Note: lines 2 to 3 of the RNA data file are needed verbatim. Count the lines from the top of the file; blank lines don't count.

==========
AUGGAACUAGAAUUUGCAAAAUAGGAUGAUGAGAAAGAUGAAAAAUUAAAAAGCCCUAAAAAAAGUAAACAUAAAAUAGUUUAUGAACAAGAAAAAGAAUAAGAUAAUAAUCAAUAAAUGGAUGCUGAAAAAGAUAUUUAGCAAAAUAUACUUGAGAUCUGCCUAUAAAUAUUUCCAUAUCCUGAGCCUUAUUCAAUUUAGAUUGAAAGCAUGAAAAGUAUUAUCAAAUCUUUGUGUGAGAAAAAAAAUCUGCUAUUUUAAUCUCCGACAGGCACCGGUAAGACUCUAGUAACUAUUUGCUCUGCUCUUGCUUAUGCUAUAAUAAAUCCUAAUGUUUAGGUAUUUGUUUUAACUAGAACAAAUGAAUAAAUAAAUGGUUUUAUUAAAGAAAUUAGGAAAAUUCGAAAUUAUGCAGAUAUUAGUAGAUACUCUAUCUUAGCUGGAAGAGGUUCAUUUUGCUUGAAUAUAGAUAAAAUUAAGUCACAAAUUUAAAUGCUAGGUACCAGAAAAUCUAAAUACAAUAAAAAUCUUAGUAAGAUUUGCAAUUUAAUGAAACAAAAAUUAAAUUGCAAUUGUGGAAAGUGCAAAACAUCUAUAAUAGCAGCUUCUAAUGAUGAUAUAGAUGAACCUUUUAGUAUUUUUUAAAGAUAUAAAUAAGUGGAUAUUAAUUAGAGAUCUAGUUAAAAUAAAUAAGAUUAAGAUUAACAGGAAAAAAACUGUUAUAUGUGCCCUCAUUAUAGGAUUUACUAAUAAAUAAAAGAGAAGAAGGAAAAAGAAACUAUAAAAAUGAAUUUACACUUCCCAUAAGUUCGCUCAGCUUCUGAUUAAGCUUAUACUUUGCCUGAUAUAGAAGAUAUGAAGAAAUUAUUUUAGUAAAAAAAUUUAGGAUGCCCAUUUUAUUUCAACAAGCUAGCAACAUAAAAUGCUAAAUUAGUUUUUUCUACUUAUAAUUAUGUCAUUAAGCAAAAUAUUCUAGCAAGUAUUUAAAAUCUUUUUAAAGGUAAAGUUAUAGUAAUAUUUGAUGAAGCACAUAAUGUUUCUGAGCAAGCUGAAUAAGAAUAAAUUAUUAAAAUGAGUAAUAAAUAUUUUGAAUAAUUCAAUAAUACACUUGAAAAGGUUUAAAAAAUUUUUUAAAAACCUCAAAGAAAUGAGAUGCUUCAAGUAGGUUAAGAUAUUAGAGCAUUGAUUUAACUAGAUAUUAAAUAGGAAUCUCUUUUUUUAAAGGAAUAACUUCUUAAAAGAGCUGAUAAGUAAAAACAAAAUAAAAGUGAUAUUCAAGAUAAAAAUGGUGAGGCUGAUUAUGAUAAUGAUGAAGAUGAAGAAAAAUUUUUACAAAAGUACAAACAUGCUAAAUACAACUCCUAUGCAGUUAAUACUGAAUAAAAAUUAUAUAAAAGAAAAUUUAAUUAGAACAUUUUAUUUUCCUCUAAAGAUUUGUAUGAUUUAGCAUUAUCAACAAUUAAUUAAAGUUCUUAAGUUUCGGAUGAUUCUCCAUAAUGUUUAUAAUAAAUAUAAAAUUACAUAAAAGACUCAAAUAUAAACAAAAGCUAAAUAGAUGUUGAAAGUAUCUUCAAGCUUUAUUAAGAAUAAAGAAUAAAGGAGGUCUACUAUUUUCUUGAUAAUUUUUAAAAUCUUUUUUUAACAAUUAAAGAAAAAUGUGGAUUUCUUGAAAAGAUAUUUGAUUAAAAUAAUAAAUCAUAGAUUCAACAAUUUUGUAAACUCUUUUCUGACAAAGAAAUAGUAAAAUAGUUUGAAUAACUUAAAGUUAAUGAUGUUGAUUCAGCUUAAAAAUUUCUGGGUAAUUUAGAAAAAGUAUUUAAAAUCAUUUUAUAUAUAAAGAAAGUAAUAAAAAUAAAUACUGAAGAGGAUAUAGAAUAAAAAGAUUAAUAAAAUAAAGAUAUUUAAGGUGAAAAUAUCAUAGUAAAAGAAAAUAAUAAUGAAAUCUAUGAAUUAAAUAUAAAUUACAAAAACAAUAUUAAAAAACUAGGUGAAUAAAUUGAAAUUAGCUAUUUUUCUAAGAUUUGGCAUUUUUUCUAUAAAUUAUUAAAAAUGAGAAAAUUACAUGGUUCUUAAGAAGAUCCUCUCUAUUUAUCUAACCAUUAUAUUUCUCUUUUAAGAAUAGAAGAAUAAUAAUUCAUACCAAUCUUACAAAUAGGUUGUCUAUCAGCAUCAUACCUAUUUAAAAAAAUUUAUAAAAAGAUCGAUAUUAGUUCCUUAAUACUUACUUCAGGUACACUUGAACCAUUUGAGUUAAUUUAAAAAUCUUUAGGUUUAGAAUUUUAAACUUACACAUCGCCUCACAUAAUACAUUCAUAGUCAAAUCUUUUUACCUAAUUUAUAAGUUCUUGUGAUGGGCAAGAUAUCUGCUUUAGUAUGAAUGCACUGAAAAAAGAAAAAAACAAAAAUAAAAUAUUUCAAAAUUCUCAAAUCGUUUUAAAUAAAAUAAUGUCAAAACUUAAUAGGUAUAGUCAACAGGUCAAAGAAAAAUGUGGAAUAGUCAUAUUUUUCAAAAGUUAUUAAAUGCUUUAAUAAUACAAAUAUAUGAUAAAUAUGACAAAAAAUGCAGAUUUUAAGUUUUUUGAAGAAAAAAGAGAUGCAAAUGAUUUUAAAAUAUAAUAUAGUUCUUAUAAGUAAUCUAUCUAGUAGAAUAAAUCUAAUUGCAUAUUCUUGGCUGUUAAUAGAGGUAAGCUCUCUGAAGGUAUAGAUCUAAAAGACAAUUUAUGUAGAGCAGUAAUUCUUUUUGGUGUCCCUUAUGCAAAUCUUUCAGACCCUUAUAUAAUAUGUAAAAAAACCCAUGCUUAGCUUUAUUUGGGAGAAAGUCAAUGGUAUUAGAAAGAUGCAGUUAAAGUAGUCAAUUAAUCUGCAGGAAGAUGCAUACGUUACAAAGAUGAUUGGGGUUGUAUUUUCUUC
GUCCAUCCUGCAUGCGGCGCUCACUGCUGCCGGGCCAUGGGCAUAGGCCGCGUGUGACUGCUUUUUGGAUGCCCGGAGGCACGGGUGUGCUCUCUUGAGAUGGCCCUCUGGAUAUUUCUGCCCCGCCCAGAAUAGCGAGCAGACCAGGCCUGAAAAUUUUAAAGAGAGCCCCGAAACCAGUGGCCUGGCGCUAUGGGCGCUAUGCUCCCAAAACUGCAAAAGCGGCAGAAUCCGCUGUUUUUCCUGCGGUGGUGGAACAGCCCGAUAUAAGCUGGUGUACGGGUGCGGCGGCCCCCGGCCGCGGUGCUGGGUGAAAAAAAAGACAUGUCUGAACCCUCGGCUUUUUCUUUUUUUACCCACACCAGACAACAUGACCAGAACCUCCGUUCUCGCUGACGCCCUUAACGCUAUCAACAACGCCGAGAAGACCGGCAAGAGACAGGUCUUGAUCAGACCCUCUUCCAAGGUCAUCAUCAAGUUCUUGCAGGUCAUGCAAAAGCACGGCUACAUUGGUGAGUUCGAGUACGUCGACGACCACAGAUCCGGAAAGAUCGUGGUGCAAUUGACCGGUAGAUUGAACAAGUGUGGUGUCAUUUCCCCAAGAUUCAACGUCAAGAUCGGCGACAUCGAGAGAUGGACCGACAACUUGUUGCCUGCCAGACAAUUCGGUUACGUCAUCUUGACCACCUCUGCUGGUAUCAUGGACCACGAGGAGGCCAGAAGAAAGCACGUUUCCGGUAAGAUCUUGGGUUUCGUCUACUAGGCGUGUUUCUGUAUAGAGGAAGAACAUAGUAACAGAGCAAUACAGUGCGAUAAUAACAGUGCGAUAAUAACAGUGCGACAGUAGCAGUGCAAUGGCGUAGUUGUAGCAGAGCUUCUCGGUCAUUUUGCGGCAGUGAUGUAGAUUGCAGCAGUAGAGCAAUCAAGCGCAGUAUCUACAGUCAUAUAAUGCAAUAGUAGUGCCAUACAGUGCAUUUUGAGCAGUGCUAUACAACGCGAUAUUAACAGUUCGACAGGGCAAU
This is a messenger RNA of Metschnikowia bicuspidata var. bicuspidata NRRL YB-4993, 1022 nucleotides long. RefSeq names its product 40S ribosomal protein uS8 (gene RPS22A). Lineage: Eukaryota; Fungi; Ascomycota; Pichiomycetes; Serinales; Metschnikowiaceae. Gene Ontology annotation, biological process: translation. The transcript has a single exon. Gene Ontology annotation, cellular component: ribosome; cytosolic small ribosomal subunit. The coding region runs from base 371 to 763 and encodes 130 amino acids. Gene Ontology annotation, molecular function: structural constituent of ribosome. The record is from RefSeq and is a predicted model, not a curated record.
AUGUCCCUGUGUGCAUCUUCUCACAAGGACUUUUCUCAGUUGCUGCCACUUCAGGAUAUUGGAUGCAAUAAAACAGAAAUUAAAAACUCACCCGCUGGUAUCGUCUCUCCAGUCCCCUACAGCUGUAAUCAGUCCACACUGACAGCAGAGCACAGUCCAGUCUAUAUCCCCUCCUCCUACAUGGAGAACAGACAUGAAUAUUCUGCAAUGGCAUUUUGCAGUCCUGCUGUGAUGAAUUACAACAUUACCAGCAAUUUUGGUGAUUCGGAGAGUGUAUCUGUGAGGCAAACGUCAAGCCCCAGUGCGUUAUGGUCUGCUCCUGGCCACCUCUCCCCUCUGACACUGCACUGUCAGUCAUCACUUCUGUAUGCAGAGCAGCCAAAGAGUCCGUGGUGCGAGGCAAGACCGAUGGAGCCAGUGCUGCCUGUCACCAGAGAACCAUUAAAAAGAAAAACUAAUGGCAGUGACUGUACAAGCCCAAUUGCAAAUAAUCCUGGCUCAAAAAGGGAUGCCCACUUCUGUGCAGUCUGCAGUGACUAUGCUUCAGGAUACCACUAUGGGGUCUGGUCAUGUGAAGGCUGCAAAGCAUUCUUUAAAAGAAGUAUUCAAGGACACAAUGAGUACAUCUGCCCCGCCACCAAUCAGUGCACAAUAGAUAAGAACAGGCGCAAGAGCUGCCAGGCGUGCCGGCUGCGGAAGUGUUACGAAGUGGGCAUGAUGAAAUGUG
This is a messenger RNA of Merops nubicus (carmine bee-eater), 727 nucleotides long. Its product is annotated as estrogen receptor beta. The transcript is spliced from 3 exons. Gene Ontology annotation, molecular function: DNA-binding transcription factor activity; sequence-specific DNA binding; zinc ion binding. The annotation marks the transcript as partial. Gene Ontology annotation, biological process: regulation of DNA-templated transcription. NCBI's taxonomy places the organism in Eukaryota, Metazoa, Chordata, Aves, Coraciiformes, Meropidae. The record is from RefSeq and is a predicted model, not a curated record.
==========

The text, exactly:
GUCCAUCCUGCAUGCGGCGCUCACUGCUGCCGGGCCAUGGGCAUAGGCCGCGUGUGACUGCUUUUUGGAUGCCCGGAGGCACGGGUGUGCUCUCUUGAGAUGGCCCUCUGGAUAUUUCUGCCCCGCCCAGAAUAGCGAGCAGACCAGGCCUGAAAAUUUUAAAGAGAGCCCCGAAACCAGUGGCCUGGCGCUAUGGGCGCUAUGCUCCCAAAACUGCAAAAGCGGCAGAAUCCGCUGUUUUUCCUGCGGUGGUGGAACAGCCCGAUAUAAGCUGGUGUACGGGUGCGGCGGCCCCCGGCCGCGGUGCUGGGUGAAAAAAAAGACAUGUCUGAACCCUCGGCUUUUUCUUUUUUUACCCACACCAGACAACAUGACCAGAACCUCCGUUCUCGCUGACGCCCUUAACGCUAUCAACAACGCCGAGAAGACCGGCAAGAGACAGGUCUUGAUCAGACCCUCUUCCAAGGUCAUCAUCAAGUUCUUGCAGGUCAUGCAAAAGCACGGCUACAUUGGUGAGUUCGAGUACGUCGACGACCACAGAUCCGGAAAGAUCGUGGUGCAAUUGACCGGUAGAUUGAACAAGUGUGGUGUCAUUUCCCCAAGAUUCAACGUCAAGAUCGGCGACAUCGAGAGAUGGACCGACAACUUGUUGCCUGCCAGACAAUUCGGUUACGUCAUCUUGACCACCUCUGCUGGUAUCAUGGACCACGAGGAGGCCAGAAGAAAGCACGUUUCCGGUAAGAUCUUGGGUUUCGUCUACUAGGCGUGUUUCUGUAUAGAGGAAGAACAUAGUAACAGAGCAAUACAGUGCGAUAAUAACAGUGCGAUAAUAACAGUGCGACAGUAGCAGUGCAAUGGCGUAGUUGUAGCAGAGCUUCUCGGUCAUUUUGCGGCAGUGAUGUAGAUUGCAGCAGUAGAGCAAUCAAGCGCAGUAUCUACAGUCAUAUAAUGCAAUAGUAGUGCCAUACAGUGCAUUUUGAGCAGUGCUAUACAACGCGAUAUUAACAGUUCGACAGGGCAAU
This is a messenger RNA of Metschnikowia bicuspidata var. bicuspidata NRRL YB-4993, 1022 nucleotides long. RefSeq names its product 40S ribosomal protein uS8 (gene RPS22A). Lineage: Eukaryota; Fungi; Ascomycota; Pichiomycetes; Serinales; Metschnikowiaceae. Gene Ontology annotation, biological process: translation. The transcript has a single exon. Gene Ontology annotation, cellular component: ribosome; cytosolic small ribosomal subunit. The coding region runs from base 371 to 763 and encodes 130 amino acids. Gene Ontology annotation, molecular function: structural constituent of ribosome. The record is from RefSeq and is a predicted model, not a curated record.